In 2019, Contemporary Asian Studies student Thomas Siddall received funding from the Dr. David Chu Scholarships in Asia-Pacific Studies to conduct fieldwork in Beijing.

Thomas researches community and solidarity as movements of postmemory and respacialization, in the Sinosphere and across the global Chinas. They are interested in queer politics and how the global politics of space, border and belonging shape narratives of home.

Read the abstract below, and read the full article on the in:cite journal website.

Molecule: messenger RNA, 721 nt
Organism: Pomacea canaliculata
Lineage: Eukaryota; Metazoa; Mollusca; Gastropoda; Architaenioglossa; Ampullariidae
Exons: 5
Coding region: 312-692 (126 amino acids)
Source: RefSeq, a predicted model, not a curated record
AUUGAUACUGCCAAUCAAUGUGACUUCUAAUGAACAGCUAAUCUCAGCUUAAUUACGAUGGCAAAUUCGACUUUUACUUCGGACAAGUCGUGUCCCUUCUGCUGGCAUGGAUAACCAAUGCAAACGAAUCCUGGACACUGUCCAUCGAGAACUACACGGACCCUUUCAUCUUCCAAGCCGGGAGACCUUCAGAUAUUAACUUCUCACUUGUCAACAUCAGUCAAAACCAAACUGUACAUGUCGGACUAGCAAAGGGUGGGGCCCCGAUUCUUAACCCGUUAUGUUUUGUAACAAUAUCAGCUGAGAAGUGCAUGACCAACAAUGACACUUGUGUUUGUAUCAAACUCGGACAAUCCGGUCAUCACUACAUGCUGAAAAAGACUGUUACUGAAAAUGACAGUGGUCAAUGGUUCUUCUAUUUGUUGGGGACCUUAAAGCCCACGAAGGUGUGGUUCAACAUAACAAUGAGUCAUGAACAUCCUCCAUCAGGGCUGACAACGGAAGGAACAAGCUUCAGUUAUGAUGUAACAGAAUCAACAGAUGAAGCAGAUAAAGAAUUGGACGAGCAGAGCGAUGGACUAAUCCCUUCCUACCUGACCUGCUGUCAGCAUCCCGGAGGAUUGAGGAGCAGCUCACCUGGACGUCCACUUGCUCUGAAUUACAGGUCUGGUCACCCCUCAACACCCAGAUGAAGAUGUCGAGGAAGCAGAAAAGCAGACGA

This article presents an autobiographical study of shifting queer formations in northeastern Beijing where the author participated in clubbing rituals and lived amongst members of Beijing’s queer communities. This resulted in a study of globalization and the Chinese state’s gentrification tactics which co-opt transgressive energy to infiltrate and dominate local queer spaces. Local and migrant queer bodies are using transnational means and techniques in claiming autonomy while continuously forming social spaces that subvert central power structures through affective power. These reterritorializations are then subject to global LGBT discourse, which uses gentrification of space as a form of constituting proper behaviour. Gentrification, as an international process, demands subversive energy and action in response, which ultimately defines queer youth as worthy of autonomy. These findings have research possibilities in developing Sino-queer migration within a post-positivist international relations and multiplex theory research program.